Iconic singer, actress, director and dog lover Barbra Streisand recently revealed to Variety that she had two clones made of Samantha, her deceased Coton du Tulears pup. The two “refurbished” dogs, which she calls Miss Scarlett and Miss Violet, join a third dog named Miss Fanny who is a distant cousin of her original dog.
Samantha died in 2017 at 14 years old, but before she crossed the rainbow bridge, the star had cells taken from the pooch’s mouth and stomach in order to preserve the pup’s physical legacy. While Streisand, 75, may have the prerogative — and the money, cloning can cost upwards of $50,000 — to double down (twice) on her beloved dog, many animal lovers are not fans of the futuristic procedure.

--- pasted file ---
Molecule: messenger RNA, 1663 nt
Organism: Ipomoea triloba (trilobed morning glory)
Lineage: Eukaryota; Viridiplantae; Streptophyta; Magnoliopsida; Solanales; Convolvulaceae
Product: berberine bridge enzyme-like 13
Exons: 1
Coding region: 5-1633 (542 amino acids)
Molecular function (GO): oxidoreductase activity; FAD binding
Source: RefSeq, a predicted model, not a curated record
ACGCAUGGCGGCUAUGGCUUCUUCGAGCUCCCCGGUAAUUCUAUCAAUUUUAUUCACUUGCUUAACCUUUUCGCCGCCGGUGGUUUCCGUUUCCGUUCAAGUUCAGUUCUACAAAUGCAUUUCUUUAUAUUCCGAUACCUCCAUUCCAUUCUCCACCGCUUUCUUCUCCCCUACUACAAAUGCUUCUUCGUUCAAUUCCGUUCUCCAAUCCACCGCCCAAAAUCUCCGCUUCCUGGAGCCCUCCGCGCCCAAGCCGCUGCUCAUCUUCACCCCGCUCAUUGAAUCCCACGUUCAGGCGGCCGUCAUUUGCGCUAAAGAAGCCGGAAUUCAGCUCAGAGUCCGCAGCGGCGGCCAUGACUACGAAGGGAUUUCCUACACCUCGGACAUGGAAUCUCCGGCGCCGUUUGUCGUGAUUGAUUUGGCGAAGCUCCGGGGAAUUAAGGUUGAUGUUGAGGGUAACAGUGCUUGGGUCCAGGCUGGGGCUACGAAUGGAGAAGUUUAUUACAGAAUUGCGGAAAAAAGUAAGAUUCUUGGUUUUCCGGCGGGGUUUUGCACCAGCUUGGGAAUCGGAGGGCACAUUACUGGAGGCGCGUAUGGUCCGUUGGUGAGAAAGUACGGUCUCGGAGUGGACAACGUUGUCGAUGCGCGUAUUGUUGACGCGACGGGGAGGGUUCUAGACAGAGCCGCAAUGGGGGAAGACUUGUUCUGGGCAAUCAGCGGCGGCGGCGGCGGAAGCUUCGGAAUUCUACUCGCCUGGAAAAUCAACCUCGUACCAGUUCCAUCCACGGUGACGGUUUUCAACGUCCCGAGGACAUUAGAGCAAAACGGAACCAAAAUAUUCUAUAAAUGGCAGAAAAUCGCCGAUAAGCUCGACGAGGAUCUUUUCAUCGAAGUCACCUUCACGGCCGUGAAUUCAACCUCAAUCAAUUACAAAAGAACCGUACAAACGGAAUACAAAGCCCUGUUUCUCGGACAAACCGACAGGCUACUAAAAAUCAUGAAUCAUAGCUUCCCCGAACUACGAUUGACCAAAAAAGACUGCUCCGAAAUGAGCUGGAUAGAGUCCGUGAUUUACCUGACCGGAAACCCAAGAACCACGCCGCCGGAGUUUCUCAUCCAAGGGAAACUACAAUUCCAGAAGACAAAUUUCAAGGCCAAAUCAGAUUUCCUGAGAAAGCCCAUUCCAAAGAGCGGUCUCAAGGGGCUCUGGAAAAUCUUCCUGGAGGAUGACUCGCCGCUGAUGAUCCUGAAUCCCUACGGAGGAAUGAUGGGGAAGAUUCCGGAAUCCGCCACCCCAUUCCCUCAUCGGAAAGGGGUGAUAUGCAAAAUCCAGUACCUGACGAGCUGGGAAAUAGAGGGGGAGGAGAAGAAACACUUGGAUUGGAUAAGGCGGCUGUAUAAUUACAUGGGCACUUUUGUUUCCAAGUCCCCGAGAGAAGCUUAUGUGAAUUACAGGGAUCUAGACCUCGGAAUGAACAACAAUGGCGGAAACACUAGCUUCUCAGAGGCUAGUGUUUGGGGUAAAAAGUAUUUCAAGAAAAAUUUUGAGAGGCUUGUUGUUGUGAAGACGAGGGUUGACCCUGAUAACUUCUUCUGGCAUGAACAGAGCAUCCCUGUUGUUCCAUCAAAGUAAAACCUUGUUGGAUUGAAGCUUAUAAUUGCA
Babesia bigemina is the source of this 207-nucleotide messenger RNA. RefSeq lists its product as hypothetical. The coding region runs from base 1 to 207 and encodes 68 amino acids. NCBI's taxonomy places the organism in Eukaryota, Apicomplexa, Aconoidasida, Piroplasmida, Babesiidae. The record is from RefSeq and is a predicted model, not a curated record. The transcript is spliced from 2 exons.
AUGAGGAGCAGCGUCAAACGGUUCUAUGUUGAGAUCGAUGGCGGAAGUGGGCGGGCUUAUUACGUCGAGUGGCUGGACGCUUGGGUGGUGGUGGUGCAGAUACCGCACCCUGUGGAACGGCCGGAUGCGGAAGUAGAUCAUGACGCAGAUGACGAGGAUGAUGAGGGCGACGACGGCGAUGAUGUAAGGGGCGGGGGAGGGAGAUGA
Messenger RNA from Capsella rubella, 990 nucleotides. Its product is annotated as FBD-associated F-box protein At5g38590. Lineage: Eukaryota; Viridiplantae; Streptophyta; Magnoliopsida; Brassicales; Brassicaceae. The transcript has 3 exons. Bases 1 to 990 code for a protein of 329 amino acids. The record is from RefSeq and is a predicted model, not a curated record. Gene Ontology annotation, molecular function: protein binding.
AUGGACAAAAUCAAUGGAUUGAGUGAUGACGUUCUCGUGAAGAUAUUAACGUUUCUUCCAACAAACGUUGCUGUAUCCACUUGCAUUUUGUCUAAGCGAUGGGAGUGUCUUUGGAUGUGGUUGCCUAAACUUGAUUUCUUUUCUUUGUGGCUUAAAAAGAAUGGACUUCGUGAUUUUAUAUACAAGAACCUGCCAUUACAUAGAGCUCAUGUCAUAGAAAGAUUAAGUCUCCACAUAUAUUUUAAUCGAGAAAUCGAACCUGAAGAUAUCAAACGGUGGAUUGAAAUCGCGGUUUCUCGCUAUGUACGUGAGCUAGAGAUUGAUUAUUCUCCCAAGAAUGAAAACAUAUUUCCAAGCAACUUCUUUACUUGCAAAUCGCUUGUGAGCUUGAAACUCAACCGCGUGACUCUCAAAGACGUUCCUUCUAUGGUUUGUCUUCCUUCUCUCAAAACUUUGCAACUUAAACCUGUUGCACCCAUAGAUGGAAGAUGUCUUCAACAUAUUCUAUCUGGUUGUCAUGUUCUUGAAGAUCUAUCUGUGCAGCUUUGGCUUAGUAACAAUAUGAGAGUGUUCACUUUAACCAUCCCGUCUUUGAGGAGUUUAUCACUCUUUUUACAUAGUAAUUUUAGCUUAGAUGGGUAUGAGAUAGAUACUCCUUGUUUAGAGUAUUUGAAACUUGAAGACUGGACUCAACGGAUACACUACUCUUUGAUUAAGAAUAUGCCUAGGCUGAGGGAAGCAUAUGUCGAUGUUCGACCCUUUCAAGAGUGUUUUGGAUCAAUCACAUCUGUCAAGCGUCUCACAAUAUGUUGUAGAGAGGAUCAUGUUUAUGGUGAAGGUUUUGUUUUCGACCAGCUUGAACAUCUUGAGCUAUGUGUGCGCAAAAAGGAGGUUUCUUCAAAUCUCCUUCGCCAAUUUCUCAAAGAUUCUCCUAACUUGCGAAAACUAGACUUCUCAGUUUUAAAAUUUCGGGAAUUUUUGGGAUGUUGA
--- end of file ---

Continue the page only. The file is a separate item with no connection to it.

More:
One of the loudest anti-cloning voices comes from animal advocacy group PETA. Perhaps unsurprisingly, PETA’s president Ingrid Newkirk issued a statement to Page Six on Tuesday on the matter.
“We all want our beloved dogs to live forever, but while it may sound like a good idea, cloning doesn’t achieve that,” said Newkirk. “Instead, it creates a new and different dog who has only the physical characteristics of the original. Animals’ personalities, quirks, and very ‘essence’ simply cannot be replicated, and when you consider that millions of wonderful adoptable dogs are languishing in animal shelters every year or dying in terrifying ways when abandoned, you realize that cloning adds to the homeless-animal population crisis. And because cloning has a high failure rate, many dogs are caged and tormented for every birth that actually occurs — so that’s not fair to them, despite the best intentions. We feel Barbra’s grief at losing her beloved dog but would also love to have talked her out of cloning.”
The article also notes that besides Streisand, other luminaries like media billionaire Barry Diller and fashion designer Diane von Furstenberg have cloned pets.